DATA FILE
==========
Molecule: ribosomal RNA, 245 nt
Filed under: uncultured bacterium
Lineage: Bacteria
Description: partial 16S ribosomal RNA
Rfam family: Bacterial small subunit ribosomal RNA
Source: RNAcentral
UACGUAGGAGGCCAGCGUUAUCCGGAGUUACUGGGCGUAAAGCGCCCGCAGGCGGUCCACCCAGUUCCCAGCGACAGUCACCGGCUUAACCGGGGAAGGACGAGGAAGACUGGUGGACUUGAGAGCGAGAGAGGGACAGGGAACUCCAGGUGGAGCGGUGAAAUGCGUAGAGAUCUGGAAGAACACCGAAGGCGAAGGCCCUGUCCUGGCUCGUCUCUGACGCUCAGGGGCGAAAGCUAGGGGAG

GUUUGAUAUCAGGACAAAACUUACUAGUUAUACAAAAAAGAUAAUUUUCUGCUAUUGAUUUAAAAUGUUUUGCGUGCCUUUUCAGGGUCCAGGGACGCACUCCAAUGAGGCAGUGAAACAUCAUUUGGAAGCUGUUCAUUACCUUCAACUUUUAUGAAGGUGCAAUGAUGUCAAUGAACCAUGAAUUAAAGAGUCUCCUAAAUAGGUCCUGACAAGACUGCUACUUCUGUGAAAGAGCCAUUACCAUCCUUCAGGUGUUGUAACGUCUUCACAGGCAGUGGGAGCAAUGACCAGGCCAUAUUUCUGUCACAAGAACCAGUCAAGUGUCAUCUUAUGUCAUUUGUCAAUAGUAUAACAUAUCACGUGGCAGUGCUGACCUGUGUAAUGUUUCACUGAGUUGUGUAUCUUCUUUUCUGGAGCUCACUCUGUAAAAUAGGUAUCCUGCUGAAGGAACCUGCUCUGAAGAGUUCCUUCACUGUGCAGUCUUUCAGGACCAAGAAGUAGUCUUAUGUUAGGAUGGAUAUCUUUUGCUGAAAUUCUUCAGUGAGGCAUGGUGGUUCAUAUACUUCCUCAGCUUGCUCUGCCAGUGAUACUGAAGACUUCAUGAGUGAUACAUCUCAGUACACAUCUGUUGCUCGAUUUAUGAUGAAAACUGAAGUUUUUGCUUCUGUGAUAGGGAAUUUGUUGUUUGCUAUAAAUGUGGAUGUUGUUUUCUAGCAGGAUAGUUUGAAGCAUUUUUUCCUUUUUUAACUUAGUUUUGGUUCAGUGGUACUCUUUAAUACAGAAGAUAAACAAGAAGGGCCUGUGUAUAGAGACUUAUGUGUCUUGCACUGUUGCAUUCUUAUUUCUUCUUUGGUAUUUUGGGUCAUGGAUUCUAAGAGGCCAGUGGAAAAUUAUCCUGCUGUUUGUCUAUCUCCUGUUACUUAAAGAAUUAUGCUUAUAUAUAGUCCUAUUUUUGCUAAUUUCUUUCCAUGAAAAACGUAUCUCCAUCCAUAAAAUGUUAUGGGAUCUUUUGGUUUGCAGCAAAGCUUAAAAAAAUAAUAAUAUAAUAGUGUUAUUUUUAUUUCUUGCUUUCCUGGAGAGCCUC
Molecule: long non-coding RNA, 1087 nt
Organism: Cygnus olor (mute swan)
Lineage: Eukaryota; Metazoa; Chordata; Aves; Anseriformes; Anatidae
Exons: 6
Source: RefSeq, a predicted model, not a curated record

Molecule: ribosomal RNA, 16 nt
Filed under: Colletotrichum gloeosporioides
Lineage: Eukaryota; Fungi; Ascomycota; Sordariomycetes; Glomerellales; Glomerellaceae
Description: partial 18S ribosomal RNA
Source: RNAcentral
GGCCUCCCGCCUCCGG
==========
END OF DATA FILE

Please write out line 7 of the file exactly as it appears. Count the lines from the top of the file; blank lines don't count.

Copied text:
UACGUAGGAGGCCAGCGUUAUCCGGAGUUACUGGGCGUAAAGCGCCCGCAGGCGGUCCACCCAGUUCCCAGCGACAGUCACCGGCUUAACCGGGGAAGGACGAGGAAGACUGGUGGACUUGAGAGCGAGAGAGGGACAGGGAACUCCAGGUGGAGCGGUGAAAUGCGUAGAGAUCUGGAAGAACACCGAAGGCGAAGGCCCUGUCCUGGCUCGUCUCUGACGCUCAGGGGCGAAAGCUAGGGGAG